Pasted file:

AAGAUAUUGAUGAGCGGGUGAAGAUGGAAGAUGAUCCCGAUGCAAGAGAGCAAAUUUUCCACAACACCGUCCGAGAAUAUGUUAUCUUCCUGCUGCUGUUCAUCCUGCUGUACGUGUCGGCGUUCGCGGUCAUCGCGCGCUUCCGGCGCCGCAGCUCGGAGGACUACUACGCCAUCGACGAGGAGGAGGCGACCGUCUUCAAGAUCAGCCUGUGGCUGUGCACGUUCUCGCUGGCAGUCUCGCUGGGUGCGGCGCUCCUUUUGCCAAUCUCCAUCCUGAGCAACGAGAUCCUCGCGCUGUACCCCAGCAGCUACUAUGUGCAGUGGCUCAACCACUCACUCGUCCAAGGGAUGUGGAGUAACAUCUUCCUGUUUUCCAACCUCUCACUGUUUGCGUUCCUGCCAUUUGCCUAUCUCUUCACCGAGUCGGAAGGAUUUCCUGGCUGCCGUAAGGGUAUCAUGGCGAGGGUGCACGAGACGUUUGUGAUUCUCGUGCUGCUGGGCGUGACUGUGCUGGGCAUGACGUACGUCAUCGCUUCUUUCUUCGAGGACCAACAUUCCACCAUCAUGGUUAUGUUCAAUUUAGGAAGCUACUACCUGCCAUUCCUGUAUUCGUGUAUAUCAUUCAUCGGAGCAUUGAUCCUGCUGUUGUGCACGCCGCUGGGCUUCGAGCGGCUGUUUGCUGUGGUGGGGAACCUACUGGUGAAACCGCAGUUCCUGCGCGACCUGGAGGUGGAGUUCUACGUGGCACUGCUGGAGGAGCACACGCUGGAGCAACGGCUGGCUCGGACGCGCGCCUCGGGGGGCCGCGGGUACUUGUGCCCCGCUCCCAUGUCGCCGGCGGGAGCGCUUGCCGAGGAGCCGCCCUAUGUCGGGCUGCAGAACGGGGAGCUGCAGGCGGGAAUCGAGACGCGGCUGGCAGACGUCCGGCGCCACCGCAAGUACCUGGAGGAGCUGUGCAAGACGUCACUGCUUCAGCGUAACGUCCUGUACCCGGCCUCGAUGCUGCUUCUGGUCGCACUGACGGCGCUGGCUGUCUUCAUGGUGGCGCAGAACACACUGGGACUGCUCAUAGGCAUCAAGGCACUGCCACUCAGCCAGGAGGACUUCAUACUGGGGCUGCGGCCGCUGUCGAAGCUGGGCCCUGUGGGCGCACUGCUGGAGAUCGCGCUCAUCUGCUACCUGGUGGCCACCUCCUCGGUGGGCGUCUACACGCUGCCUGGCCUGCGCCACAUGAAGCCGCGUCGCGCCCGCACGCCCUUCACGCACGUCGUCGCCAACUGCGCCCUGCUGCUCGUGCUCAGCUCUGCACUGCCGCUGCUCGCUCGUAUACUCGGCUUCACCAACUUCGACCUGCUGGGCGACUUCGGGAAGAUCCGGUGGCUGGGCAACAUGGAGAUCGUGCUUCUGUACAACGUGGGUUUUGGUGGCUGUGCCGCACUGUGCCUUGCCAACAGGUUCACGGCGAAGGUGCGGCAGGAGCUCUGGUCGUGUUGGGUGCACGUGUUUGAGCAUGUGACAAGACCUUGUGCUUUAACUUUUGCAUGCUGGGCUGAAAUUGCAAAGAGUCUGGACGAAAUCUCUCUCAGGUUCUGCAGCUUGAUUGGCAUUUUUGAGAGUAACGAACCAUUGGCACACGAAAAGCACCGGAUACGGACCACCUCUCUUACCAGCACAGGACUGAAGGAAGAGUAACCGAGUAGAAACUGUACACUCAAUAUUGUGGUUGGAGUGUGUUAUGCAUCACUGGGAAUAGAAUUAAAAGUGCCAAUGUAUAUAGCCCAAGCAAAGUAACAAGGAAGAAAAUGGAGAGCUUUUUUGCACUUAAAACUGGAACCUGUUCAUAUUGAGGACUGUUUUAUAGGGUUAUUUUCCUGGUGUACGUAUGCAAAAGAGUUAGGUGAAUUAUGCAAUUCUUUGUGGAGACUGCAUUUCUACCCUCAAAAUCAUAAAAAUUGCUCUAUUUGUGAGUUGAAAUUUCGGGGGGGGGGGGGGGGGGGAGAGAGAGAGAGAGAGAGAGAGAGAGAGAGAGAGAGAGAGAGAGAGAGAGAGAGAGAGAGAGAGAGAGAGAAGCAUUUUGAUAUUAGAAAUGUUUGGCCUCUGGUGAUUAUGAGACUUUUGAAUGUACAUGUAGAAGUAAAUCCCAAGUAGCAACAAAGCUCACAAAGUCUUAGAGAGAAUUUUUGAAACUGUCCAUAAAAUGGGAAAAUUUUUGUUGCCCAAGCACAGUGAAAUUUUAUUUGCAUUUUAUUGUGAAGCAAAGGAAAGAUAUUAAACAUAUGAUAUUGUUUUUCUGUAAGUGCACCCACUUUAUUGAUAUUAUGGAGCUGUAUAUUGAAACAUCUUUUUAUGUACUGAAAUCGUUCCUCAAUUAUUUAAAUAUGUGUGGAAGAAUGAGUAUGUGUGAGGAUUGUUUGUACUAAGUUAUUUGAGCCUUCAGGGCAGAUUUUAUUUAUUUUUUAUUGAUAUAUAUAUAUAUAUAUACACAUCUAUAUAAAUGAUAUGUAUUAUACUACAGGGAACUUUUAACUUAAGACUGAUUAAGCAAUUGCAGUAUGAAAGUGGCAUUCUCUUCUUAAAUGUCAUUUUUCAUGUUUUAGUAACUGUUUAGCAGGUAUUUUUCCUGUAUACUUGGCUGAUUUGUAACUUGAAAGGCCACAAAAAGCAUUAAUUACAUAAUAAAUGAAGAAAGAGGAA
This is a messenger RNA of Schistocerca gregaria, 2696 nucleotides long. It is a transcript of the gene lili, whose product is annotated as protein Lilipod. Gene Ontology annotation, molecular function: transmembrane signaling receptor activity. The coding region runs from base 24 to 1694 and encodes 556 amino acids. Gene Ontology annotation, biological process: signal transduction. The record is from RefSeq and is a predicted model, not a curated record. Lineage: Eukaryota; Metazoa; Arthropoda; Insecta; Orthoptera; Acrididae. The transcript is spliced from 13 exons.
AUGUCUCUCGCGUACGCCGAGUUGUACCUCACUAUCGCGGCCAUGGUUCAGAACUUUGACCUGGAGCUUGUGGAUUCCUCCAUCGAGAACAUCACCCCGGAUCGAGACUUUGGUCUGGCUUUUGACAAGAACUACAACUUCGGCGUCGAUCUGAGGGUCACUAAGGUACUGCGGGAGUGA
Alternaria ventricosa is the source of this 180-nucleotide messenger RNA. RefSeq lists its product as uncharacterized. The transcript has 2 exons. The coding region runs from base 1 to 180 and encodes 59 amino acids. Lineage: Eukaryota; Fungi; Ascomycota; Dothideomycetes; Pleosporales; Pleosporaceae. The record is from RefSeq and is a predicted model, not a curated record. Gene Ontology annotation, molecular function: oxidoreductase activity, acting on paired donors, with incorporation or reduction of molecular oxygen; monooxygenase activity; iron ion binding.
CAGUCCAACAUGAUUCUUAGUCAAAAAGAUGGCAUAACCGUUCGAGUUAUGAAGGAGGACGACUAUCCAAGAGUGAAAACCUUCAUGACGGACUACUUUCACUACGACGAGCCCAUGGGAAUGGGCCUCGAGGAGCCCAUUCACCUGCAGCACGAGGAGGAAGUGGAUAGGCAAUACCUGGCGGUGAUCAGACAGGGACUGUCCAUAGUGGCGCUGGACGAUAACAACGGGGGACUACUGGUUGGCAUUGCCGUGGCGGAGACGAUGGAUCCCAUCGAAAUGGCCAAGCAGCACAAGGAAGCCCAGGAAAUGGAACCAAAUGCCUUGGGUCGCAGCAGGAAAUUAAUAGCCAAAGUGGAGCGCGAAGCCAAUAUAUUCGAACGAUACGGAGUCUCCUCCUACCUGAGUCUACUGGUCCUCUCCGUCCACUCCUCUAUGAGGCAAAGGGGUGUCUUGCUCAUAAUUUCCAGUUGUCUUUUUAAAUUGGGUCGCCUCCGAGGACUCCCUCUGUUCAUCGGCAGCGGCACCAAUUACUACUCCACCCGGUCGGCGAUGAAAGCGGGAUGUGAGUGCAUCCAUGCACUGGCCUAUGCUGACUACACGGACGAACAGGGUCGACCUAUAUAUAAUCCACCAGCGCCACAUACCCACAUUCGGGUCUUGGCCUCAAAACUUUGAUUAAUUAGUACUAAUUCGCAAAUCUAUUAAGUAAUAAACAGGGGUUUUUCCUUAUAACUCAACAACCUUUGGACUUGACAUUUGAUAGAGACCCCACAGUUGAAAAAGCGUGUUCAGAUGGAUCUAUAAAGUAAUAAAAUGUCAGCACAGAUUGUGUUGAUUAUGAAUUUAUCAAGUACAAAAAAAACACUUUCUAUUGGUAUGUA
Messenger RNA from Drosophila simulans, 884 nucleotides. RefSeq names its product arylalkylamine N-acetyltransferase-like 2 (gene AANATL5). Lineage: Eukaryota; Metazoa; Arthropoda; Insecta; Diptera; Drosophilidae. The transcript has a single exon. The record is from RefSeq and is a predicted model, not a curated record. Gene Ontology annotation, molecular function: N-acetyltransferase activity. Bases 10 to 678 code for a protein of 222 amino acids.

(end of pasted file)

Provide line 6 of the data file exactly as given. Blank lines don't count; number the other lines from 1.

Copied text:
Messenger RNA from Drosophila simulans, 884 nucleotides. RefSeq names its product arylalkylamine N-acetyltransferase-like 2 (gene AANATL5). Lineage: Eukaryota; Metazoa; Arthropoda; Insecta; Diptera; Drosophilidae. The transcript has a single exon. The record is from RefSeq and is a predicted model, not a curated record. Gene Ontology annotation, molecular function: N-acetyltransferase activity. Bases 10 to 678 code for a protein of 222 amino acids.